Ministy of Finance Enhence its Capacity By using SWIFT and in Coordination with CBY
The Ministry of Finance recently approved an electronic disbursement system that will be dedicated to disburse funds from loans and grants allocated by international donors. The new system, fully developed by a Yemeni team, is called Loans and Grants Management Information System (LGMIS).
Yemen suffers the lack of capacity to absorb donors’ fund allocated for development projects in London donor conference in 2006 and other commitments in the following years. Donors always complain about this issue and the USAID’s Enhancing Government Effectiveness (EGE) Project in Yemen, carries the solution represented by LGMIS, which is introduced by Management Systems International (MSI), a Washington-based consultancy firm.
Minister of Finance, Noman Taher al-Sohaibi issued a decree approving the new electronic system and inviting all stakeholders in the payment process of the pilot phase of the EGE project to suspend all manual transactions.
The electronic disbursement system links the externally funded Project Implementation Units (PIUs) in three pilot sectors: Education, Agriculture and Health; the Ministry of Planning and International Cooperation (MOPIC), Ministry of Finance. Between the M.o.F. and Central Bank of Yemen, the ministry introduced SWIFT, an internationally secure financial transaction system.
The Ministry of Finance SWIFT code is to be established as an integral part of the electronic disbursement system which links the Ministry of Finance and the Central Bank of Yemen as a safe and effective system to transfer the funds to the beneficiaries through the CBY. The CBY governor positively reacted last week and publicized the MoF SWIFT code to all commercial banks.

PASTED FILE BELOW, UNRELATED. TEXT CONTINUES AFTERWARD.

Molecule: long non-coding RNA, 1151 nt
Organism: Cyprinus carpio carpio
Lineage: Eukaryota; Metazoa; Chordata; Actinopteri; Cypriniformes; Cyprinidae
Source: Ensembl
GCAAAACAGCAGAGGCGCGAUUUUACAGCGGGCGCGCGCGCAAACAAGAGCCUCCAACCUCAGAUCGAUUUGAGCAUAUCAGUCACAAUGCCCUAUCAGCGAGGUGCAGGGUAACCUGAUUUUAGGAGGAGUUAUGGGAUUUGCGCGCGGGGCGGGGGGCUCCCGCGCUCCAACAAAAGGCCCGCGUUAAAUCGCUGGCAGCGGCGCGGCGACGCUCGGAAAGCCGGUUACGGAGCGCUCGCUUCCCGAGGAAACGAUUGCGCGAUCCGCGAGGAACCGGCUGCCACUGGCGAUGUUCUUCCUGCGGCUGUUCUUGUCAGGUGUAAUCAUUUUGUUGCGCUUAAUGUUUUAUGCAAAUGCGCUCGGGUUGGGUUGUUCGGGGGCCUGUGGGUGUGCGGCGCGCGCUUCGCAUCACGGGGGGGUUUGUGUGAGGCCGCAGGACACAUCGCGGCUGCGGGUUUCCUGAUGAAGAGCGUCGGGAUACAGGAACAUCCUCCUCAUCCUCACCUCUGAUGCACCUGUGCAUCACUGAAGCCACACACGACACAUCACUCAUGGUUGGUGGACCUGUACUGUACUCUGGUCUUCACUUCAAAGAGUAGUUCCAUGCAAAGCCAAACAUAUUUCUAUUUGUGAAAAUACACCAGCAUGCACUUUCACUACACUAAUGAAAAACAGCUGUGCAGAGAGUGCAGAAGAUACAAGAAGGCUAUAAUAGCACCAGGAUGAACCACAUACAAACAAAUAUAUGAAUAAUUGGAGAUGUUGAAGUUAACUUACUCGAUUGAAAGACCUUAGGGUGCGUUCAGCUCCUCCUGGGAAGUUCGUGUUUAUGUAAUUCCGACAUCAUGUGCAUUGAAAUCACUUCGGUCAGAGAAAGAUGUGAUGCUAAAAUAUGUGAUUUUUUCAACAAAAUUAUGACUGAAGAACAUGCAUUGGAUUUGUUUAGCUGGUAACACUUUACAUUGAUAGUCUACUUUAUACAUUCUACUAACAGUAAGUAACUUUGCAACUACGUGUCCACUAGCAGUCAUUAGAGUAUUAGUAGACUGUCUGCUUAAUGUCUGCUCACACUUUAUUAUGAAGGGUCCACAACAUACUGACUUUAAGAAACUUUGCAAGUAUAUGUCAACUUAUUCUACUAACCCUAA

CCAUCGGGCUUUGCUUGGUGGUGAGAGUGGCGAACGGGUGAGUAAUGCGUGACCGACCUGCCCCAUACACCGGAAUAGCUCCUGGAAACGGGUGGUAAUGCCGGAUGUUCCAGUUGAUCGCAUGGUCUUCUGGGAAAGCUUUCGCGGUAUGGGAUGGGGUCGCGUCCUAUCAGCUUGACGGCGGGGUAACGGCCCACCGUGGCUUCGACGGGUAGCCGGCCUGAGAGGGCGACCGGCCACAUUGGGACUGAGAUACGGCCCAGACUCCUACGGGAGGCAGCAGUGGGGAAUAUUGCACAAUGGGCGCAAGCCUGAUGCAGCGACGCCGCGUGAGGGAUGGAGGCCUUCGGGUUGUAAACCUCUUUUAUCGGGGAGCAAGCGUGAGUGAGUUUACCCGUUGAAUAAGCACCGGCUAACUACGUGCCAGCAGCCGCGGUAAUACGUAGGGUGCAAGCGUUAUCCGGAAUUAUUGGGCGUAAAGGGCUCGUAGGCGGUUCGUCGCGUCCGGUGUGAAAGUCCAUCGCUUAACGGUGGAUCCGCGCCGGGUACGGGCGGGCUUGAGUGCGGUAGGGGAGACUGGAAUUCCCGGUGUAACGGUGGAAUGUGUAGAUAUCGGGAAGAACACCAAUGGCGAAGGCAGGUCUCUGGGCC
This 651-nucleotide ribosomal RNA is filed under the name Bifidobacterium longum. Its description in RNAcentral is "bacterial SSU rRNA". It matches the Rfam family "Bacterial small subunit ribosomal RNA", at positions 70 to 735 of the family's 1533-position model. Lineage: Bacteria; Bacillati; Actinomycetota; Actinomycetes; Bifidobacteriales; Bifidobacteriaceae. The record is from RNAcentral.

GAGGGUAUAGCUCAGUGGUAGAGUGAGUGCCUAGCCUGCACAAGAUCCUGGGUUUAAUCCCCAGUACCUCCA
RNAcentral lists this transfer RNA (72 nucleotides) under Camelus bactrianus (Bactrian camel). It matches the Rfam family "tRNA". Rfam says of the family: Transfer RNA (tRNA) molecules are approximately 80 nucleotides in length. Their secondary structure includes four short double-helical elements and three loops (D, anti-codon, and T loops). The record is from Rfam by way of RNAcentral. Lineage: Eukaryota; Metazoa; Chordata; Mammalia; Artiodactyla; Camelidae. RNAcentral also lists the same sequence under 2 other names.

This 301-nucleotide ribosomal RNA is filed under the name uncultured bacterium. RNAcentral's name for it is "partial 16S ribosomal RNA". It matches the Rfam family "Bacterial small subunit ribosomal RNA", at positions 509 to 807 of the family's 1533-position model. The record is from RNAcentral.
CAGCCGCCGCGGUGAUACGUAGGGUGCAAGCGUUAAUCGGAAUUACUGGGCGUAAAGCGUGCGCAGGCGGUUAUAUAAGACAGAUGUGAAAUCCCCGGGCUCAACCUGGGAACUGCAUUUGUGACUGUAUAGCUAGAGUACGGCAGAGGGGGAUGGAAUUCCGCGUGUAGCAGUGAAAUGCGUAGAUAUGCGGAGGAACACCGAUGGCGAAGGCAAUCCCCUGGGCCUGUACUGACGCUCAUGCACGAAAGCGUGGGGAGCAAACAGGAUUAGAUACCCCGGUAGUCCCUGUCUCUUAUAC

“Yemen Ministry of Finance is the third public sector institution in the MENA region to take steps towards electronic transfer. This is a quantum leap forward that adds to the ongoing reforms within the MOF and will facilitate towards increased transparency and accountability,” said Hani Enan, DG of External Grants at the Ministry of Finance and the government counterpart for the EGE project.
The lead time of manual transactions or the lifecycle of a withdrawal requests was averaged at 35 days, but now with LGMIS it will be reduced to 5-8 days, which will enhance the absorptive capacity, and maximize the impact of the development projects on ground and ultimately achieving stakeholders statisfaction.
The electronic disbursement system is to be operated according to the following procedures:
- The PIU define levels of document flow of the withdrawal request stating names, positions and authorities and submit the same to the Ministry of Finance in order for the latter to be able to process the requests in a manner that avoids duplication, errors and misuse of the system.
- The PIU create, through its professional and authorized staff, a database for contracts and contractors and attach the necessary documents in an electronic PDF format into the LGMIS.
- The PIU staff initiate the withdrawal request and shall keep the original documents related to the request into the LGMIS for auditing purpose.
- Withdrawal request along with the supporting documents is sent electronically to the concerned institution included in the system according depending on the type of the withdrawal request and document flow.
The ministry is scheduled to officially launch the LGMIS system in the second half of April in a big event